I had one of those adultescent “aha” moments the other day with one of my teen daughters.  She is very socially driven and relationships are very important to her.  Over the last few months, as school has resumed, she has been struggling with some of her friendships.  One girl just suddenly stopped responding to messages, one takes pleasure in forwarding hurtful messages, and another treats my daughter as the weekend “last resort”.  In talking to my daughter about these events, my “aha” moment came when I realized that my daughter, already, is highly emotionally intelligent.  She has the ability to put herself in the position of others and regulates her own behavior (so far) on how she would feel as the recipient.  This is a gift for her but puts her at a relationship disadvantage as many of her peers are not there yet.   She “feels” in a relationship like she is 25, but is trying to rationalize the emotional behavior of kids 16 and 17.

According to psychology today, Emotional Intelligence includes three skills:

1. Emotional awareness, including the ability to identify your own emotions and those of others;

2. The ability to harness emotions and apply them to tasks like thinking and problem solving;

3. The ability to manage emotions, including the ability to regulate your own emotions, and the ability to cheer up or calm down another person.

Emotional intelligence then includes:  self-awareness, self-regulation, motivation, empathy, and social skills.  It can affect: personal relationships, workplace (or school) performance, physical and mental health, and how you deal with situations such as loss or disability.

The good news is that experts believe that emotional intelligence can be learned, even in adults.  How do you know if you are emotionally intelligent?  Perhaps reflect on your relationships – are you able to sustain positive and loving bonds with others?  Can you empathize and relate to people during their struggles, and do they know that you “get it” and are emotionally available to them?  Do you regulate your own behavior based on how others might feel if you act a certain way, or say certain things?  Before sending that text, email or calling someone in anger do you consider how you want them to “feel” following your interaction?  Do you take pleasure in being right even if that makes others feel bad?  If you want to test your level of emotional intelligence, or raise your emotional IQ, take a quiz to see where you’re at:  Emotional Intelligence Quotient Quiz.

Do you think you need to improve in this area?  Some suggestions include:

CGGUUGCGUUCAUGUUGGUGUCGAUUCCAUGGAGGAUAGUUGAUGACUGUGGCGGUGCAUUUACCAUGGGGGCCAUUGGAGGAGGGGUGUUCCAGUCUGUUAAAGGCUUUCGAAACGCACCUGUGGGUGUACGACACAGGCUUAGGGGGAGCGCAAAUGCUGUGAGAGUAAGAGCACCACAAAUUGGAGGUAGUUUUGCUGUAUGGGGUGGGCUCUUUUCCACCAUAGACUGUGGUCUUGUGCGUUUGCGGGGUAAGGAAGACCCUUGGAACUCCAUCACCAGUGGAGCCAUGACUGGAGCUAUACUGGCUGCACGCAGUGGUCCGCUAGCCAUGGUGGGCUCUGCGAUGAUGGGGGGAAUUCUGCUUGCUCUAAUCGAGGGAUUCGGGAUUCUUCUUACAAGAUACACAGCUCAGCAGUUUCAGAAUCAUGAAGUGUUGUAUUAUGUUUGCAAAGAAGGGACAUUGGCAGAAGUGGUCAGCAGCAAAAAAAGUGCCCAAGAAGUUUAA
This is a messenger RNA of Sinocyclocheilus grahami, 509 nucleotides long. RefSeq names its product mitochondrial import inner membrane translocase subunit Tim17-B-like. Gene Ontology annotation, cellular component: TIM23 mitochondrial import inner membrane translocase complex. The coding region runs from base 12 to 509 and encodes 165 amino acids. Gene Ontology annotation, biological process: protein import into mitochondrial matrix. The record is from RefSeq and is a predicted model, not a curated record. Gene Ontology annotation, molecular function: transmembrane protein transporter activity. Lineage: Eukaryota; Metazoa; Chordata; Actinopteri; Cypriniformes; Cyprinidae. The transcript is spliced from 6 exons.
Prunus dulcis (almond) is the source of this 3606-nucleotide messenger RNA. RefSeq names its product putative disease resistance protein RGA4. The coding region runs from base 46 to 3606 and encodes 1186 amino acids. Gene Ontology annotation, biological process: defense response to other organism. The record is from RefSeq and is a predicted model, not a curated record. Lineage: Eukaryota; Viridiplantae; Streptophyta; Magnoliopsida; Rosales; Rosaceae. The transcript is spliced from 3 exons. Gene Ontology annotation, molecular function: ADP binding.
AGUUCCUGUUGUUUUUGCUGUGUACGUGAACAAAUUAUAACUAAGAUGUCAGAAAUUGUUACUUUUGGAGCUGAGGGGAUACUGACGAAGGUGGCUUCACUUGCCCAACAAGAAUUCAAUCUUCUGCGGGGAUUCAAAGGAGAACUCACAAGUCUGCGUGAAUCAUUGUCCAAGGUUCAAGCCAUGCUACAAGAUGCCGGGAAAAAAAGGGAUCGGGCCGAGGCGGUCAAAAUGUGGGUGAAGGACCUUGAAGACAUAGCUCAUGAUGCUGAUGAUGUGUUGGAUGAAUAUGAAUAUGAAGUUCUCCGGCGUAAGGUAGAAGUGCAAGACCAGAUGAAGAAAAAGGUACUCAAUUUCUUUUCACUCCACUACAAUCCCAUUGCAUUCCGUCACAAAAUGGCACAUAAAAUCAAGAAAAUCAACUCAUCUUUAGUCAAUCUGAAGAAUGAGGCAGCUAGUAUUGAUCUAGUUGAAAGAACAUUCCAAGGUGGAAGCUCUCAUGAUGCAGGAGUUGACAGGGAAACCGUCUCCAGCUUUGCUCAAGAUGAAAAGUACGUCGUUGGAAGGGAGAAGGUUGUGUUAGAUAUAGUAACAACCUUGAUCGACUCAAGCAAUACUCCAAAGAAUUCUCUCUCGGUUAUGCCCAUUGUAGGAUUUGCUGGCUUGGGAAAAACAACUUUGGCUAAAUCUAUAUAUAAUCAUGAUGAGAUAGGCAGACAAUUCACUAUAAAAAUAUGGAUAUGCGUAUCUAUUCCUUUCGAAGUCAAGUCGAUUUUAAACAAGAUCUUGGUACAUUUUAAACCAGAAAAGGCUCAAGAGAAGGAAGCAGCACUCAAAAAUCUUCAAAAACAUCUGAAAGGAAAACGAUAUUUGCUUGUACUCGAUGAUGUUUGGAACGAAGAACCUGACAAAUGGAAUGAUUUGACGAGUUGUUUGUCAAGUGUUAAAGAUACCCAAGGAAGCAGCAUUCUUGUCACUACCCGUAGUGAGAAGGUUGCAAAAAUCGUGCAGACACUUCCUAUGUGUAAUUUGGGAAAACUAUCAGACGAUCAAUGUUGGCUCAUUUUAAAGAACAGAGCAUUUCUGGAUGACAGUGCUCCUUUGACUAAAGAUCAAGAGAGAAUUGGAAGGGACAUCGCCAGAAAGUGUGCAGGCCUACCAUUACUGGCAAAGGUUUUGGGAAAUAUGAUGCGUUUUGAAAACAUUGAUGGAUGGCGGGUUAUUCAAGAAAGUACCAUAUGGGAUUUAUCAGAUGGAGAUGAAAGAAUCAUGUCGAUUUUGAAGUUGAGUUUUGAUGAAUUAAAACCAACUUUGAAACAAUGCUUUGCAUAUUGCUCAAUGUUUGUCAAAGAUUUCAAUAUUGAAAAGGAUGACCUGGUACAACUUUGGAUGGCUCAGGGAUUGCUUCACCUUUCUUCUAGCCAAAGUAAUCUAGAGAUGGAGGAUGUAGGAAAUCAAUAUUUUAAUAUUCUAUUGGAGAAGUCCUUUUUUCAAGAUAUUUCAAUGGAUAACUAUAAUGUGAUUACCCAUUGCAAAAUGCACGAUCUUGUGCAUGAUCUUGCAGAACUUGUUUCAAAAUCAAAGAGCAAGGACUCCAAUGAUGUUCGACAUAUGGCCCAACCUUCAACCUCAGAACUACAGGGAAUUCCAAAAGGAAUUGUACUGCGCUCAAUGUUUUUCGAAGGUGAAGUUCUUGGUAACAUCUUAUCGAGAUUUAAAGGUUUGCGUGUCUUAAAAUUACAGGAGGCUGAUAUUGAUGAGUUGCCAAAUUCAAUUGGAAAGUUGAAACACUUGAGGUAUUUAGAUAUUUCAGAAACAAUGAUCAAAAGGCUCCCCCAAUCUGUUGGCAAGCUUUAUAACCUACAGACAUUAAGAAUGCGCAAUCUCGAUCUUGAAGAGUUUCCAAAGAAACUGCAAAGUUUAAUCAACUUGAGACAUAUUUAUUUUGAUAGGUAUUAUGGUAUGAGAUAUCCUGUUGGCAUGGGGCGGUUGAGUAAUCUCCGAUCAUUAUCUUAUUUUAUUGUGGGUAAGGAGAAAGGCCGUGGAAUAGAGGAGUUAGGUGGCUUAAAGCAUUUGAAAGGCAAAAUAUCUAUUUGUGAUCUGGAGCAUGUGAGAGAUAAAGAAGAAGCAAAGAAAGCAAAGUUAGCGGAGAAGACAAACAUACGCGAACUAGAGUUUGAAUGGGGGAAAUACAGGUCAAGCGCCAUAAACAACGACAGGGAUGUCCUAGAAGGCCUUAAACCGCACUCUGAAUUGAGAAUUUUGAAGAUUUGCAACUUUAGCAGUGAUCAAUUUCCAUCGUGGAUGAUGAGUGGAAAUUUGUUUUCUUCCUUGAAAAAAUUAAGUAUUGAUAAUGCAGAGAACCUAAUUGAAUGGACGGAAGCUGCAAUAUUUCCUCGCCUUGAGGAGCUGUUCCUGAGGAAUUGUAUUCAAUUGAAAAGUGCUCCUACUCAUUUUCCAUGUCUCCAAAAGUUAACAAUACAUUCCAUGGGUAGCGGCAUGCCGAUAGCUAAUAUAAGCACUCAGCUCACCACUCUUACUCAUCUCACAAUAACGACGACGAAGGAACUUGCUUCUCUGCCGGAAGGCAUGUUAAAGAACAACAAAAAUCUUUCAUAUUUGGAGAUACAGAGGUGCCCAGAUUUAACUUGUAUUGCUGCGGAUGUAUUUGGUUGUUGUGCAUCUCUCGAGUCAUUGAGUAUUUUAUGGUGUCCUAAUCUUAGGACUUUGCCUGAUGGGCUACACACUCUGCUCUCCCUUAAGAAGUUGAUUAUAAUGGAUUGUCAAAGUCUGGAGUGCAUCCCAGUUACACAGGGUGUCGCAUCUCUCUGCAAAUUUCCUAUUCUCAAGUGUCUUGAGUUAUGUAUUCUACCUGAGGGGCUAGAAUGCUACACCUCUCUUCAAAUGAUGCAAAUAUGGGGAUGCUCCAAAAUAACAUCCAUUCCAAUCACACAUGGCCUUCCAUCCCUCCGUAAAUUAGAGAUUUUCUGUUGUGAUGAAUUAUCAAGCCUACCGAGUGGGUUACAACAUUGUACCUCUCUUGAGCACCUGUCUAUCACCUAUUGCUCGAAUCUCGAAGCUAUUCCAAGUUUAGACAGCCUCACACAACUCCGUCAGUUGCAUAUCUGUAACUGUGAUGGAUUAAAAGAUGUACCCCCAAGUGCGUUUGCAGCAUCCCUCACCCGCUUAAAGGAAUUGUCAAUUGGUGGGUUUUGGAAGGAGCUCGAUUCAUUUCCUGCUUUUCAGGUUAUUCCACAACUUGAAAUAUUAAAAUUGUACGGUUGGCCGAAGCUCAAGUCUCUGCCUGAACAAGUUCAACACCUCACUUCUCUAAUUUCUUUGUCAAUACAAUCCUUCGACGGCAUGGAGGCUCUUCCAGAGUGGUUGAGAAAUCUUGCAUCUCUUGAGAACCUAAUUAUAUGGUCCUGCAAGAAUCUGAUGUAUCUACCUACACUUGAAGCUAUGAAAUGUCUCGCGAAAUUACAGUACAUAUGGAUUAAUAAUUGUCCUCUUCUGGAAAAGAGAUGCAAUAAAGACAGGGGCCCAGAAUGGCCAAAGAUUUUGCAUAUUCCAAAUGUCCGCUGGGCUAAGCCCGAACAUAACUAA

·    practice mindfulness – in social situations, at work, at home with family relationships.

·    Stay in touch with your feelings through journaling or meditation “check-ins”.

·    Connect your feelings to the situation and try to separate the person from their behavior.

·    Check your thoughts – how you think can become how you feel, and the good news is you can change how you think!

·    Communicate with others and don’t be afraid to be vulnerable to those close to you to help sort through feelings, thoughts and emotions.

·    And if you can, don’t take the comments of others personally.  Their thoughts about you do not need to become the thoughts you have about yourself.

 

Originally posted November 2016

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Weekly Mind Bender

There is a clothing store in Shelbyville. The owner has devised her own method of pricing items. A vest costs $20, socks cost $25, a tie costs $15 and a blouse costs $30. Using the method, how much would a pair of underwear cost?

$45

The pricing method consists of charging $5 for each letter required to spell the item.

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Occupational Therapy and Heart Health

Being diagnosed with heart disease is a life-altering event, often requiring permanent lifestyle changes.    Occupational therapists can help people to recover from the initial incident, to rebuild a life of function, and to promote change that will help with prevention.

Learn more about how Occupational Therapy can assist those recovering from heart disease in the following infographic:

 

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Snow Removal O-Tip of the Week: Don’t Wait for the Storm to Subside

Our O-Tip of the week series we will be providing valuable “OT-Approved Life Hacks” to provide you with simple and helpful solutions for living. 

For the month of February, our O-Tip series will help you to practice safe and efficient snow removal this winter.

Snow shoveling can be very strenuous work, especially when dealing with large amounts.  Therefore, as long as it is safe to be outside, it is suggested that you try to tackle the snow in stages.  This may mean going out and shoveling multiple times throughout a snowfall.  Waiting until all the snow has fallen will make the snow harder to move, which can increase the chance of injury.  Set yourself a timer and go out every 2 hours or so and reward yourself with a cup of hot cocoa each when you finish!